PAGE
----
Whilst Greg and I were keen to replicate our achievements at State, we also wanted to step back. We saw Allan Clegg and Paul Sheedy as the future and they joined in 2004. Allan had the qualities for a solid managing director; trustworthy, hardworking, likeable and reliable and Paul had a flair for the sales and operations side along with his great sense of humour and likeability.
Having the support of a business partner and friend is one I’ve never underestimated or taken for granted and I couldn’t be prouder of Allan and Paul’s achievements. Having seen their potential many years ago, they’ve proved me right. I’ve never had to question their actions and was confidently able to relinquish various parts of the business and day to day running to them. We subsequently recruited two trainee Account Managers, Lewis Banford and Joe Hadfield and 14 years on, both are now Area Managers managing their own teams.
Technology and regulation are two aspects that have massively impacted on our industry and will continue to do so. Before mobiles I would hand Greg my list of visits for the day, he would ring ahead to confirm each meeting and I would then have to ask the client if I could use their phone to check in with him.
Although FCA regulation and compliance is likely to increase, it ensures a fairer deal and protection for the parties involved. We’re lucky to have Lara James, Compliance Officer and Laura Roberts, Legal Director to make sure Liberty is compliant and legally watertight.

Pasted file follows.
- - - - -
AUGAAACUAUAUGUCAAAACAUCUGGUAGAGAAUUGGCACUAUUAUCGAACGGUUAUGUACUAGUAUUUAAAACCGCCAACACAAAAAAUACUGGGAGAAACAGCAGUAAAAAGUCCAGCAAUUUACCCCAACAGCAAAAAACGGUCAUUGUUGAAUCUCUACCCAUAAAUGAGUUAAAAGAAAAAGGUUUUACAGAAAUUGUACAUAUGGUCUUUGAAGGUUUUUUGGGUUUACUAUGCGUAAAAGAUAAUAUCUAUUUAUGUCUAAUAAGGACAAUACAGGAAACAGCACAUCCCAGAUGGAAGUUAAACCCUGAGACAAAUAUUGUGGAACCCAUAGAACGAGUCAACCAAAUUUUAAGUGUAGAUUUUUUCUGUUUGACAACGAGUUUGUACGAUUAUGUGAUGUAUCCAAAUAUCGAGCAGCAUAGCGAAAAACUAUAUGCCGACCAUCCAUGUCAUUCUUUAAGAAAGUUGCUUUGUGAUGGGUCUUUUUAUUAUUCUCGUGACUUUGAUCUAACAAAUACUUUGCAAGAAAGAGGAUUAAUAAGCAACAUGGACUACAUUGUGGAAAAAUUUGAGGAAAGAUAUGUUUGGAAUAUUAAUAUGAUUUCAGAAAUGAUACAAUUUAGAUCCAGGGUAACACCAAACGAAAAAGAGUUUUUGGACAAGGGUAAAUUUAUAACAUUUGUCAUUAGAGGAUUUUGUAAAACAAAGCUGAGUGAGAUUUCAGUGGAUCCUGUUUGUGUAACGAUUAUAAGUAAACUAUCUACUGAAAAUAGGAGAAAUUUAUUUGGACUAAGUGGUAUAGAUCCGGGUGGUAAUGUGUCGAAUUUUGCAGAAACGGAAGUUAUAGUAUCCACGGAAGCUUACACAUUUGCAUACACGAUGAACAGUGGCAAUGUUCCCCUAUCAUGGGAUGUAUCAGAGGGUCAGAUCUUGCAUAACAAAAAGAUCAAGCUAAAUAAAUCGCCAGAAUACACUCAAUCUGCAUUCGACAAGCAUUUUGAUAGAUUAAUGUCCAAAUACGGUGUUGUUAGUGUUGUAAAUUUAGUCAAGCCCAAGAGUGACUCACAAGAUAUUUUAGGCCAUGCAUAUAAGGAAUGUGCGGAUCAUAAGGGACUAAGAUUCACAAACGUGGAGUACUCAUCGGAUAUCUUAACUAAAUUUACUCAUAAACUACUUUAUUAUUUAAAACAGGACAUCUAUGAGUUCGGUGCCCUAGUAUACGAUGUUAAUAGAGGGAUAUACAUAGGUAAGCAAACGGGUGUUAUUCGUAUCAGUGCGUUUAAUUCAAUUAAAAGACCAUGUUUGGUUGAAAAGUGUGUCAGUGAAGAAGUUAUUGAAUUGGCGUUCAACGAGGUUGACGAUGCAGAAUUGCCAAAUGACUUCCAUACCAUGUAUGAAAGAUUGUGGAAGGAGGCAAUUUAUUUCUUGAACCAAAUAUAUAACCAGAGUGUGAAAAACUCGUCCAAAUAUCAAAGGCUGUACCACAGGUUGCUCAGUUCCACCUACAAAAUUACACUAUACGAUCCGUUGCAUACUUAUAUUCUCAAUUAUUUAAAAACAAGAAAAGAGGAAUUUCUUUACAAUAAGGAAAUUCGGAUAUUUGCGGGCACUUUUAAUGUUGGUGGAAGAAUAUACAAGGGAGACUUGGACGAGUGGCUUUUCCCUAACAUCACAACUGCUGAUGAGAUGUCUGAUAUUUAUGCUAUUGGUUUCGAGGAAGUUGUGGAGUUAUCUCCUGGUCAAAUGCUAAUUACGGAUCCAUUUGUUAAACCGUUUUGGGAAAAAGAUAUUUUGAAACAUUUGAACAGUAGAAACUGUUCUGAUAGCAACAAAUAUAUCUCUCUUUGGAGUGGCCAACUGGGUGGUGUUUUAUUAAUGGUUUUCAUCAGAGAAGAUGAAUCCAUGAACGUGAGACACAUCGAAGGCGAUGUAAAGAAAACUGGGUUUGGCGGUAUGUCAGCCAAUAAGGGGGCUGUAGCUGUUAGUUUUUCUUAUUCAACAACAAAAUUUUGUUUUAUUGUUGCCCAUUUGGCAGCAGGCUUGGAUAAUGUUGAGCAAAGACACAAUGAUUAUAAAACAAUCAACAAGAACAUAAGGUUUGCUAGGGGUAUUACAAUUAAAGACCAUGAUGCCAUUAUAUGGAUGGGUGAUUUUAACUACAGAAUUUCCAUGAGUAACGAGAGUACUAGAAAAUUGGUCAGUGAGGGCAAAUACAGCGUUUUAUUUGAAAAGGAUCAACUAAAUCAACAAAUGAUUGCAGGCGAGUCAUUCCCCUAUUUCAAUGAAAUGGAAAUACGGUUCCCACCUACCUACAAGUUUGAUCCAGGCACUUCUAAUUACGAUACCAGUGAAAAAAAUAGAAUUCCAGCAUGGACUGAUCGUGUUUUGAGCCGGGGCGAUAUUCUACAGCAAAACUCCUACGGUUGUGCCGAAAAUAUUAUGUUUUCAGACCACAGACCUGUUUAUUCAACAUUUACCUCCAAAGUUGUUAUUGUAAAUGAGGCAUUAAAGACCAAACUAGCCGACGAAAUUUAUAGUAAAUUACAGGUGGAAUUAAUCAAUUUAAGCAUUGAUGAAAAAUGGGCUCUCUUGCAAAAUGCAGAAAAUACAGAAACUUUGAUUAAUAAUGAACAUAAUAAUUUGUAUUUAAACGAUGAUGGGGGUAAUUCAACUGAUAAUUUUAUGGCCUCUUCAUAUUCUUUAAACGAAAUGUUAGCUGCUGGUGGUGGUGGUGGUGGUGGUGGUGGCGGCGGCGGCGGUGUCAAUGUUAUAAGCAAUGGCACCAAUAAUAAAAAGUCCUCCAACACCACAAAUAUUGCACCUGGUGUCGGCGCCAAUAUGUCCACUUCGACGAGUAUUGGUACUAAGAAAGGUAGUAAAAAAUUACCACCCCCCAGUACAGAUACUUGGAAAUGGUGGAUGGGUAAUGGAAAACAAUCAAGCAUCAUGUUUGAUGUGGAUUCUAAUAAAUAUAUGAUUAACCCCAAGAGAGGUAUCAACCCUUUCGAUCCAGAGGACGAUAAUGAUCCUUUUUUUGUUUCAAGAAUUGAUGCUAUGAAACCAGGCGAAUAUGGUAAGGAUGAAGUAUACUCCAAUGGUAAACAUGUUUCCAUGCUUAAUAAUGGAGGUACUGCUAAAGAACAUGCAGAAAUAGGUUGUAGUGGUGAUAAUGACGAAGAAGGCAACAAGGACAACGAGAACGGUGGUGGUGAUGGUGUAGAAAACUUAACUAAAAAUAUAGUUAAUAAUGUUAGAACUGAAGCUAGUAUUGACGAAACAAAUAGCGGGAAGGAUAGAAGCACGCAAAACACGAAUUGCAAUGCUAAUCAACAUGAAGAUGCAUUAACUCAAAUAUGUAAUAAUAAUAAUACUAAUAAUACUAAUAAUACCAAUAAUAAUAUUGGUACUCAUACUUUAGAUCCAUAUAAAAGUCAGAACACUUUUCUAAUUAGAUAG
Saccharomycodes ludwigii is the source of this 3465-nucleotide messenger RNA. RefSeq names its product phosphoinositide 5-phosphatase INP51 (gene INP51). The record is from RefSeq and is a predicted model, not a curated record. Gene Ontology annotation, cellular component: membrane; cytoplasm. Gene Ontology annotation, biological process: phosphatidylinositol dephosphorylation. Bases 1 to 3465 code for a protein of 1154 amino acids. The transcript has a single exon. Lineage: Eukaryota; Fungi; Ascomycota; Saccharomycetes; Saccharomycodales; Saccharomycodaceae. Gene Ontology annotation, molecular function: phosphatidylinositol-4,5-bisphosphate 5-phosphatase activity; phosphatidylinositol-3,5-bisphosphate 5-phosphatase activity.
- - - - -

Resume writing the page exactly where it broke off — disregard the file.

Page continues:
For those entering the market today, it’s far more competitive and requires considerable capital. To give some context, in 1980 State started with £700, in 2001 Liberty started with £800,000. Today, I estimate one would require about £5m, and that is being modest. It takes a lot to establish credibility in the asset finance industry, with block discounters and the involvement of brokers alongside finding the right calibre of people to employ.
I believe there are many routes to success but a few common aspects have been vital during my 45 year career. You must be motivated and enthusiastic for what you do, as this fuels the drive to succeed. Having an entrepreneurial spirit has always spurred me on, money is a wonderful by-product of success, but if it was purely about money I would have retired long ago. Choosing the right people who are a good fit for the business and retaining those people is also key. Ordinarily we spend more time at work than anywhere else so it’s important to create an environment where people want to come to work and are happy. I’ve been fortunate to work with people I consider friends and watched many realise their potential and achieve success in their own right.
It’s hard to believe we set up State with £700 capital put up by Greg’s older brother, a postman in Southampton. I’m not sure I could have predicted the level of success especially the second time round with Liberty which my wife reminds me was only meant to be a small, part-time venture. With, Liberty’s book size at over £100m with an additional credit line of £43m available, this is an incredible achievement which we can all be proud of at Liberty. I can honestly say (maybe to my wife’s dismay), if I was ten years younger, I wouldn’t hesitate to do it all again!